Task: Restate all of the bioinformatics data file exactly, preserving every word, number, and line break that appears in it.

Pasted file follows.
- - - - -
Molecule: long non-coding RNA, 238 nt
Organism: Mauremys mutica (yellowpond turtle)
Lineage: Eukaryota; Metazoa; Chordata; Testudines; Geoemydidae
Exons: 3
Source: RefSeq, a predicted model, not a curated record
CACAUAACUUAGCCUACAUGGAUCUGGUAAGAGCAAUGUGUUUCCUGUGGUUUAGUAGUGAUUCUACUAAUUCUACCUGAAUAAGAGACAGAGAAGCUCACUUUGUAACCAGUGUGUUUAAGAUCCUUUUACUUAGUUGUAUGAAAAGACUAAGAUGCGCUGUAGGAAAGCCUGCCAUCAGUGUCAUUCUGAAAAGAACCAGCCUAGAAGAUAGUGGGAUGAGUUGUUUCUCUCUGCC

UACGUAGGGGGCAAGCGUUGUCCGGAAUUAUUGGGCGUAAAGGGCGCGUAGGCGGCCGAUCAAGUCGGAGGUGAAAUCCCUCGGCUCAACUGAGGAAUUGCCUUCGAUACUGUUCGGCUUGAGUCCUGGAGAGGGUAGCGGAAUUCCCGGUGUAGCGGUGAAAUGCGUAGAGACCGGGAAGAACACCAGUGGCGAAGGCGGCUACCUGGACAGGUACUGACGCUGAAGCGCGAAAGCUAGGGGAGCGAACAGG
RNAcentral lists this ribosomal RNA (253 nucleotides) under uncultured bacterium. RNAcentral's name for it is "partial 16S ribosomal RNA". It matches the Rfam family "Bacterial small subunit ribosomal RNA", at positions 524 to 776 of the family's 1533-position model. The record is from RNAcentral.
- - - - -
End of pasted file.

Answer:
Molecule: long non-coding RNA, 238 nt
Organism: Mauremys mutica (yellowpond turtle)
Lineage: Eukaryota; Metazoa; Chordata; Testudines; Geoemydidae
Exons: 3
Source: RefSeq, a predicted model, not a curated record
CACAUAACUUAGCCUACAUGGAUCUGGUAAGAGCAAUGUGUUUCCUGUGGUUUAGUAGUGAUUCUACUAAUUCUACCUGAAUAAGAGACAGAGAAGCUCACUUUGUAACCAGUGUGUUUAAGAUCCUUUUACUUAGUUGUAUGAAAAGACUAAGAUGCGCUGUAGGAAAGCCUGCCAUCAGUGUCAUUCUGAAAAGAACCAGCCUAGAAGAUAGUGGGAUGAGUUGUUUCUCUCUGCC

UACGUAGGGGGCAAGCGUUGUCCGGAAUUAUUGGGCGUAAAGGGCGCGUAGGCGGCCGAUCAAGUCGGAGGUGAAAUCCCUCGGCUCAACUGAGGAAUUGCCUUCGAUACUGUUCGGCUUGAGUCCUGGAGAGGGUAGCGGAAUUCCCGGUGUAGCGGUGAAAUGCGUAGAGACCGGGAAGAACACCAGUGGCGAAGGCGGCUACCUGGACAGGUACUGACGCUGAAGCGCGAAAGCUAGGGGAGCGAACAGG
RNAcentral lists this ribosomal RNA (253 nucleotides) under uncultured bacterium. RNAcentral's name for it is "partial 16S ribosomal RNA". It matches the Rfam family "Bacterial small subunit ribosomal RNA", at positions 524 to 776 of the family's 1533-position model. The record is from RNAcentral.